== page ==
Kotori magazine editor-in-chief Wasim Muklashy has weighed in on the battle for the Democratic presidential nomination, and in particular the inherent difference a lot of people feel between a vote for Hillary Clinton and a vote for Barack Obama, with the implication being that he’s cast the former, but now feels a twinge of regret. “I love my country,” Muklashy writes. “Although I hate and abhor
some of the things it has done and continues to do, I do… I love my
country. Yet even more importantly than that, and undoubtedly more
patriotic than simply loving my country, I love what our country still
has the opportunity to be.” That hope, and chance for something different, Muklashy argues, resides in the junior senator from Illinois.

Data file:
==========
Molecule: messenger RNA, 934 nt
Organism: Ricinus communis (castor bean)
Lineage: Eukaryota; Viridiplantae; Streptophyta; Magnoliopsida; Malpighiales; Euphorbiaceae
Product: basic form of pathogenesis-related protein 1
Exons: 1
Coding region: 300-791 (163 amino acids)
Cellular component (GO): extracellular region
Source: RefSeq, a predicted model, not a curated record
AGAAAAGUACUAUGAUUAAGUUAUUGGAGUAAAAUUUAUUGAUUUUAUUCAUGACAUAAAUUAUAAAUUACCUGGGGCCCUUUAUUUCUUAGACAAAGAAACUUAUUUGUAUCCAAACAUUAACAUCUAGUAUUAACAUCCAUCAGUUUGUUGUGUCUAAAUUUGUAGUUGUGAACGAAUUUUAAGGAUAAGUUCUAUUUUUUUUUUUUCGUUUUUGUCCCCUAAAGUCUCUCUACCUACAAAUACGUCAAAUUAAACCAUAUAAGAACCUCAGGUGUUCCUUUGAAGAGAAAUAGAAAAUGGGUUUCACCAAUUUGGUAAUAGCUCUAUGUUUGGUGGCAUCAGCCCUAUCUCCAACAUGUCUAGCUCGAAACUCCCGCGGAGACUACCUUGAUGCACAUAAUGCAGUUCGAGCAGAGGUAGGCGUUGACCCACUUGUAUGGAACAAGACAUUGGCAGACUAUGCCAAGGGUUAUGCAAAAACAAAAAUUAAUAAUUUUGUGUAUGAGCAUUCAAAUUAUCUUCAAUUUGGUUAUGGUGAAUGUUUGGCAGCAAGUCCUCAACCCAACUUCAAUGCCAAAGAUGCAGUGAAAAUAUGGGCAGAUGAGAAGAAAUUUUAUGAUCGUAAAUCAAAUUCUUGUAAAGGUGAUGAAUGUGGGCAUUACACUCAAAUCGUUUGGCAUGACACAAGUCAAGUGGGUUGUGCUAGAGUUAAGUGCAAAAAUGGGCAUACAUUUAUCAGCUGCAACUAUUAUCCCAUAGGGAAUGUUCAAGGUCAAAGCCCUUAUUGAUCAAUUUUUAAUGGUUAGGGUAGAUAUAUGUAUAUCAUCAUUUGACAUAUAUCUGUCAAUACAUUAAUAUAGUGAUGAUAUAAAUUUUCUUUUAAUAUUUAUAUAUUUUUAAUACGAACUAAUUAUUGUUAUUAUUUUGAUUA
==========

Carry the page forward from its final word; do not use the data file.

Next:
Yes, there’s no doubt that some of the golden sheen of Obama as an avatar of the new has been diminished by the Reverend Jeremiah Wright dust-up. And future issues will further bring Obama down to Earth. Both the reptilian nastiness of general election fear-mongering and the gear shifts of imposing practicality in governance will do that. But Muklashy gets it, what a lot of people — particularly younger voters and those drawn into the process for the first time in a long time, if ever — feel about the double weight of a positive vote. That is to say not just against one candidate, but heartily for another — and the collective, surging sense of societal optimism which that in turn can elicit. Pooh-poohers will continue to deride this as only ephemeral, but there are real-world consequences to taking new roads, and making bold choices, especially when it comes to getting America’s best and brightest again interested in public service over private sector lucre, and invested in politics as a honest, forward-leaning tool for societal betterment, not personal power and gain.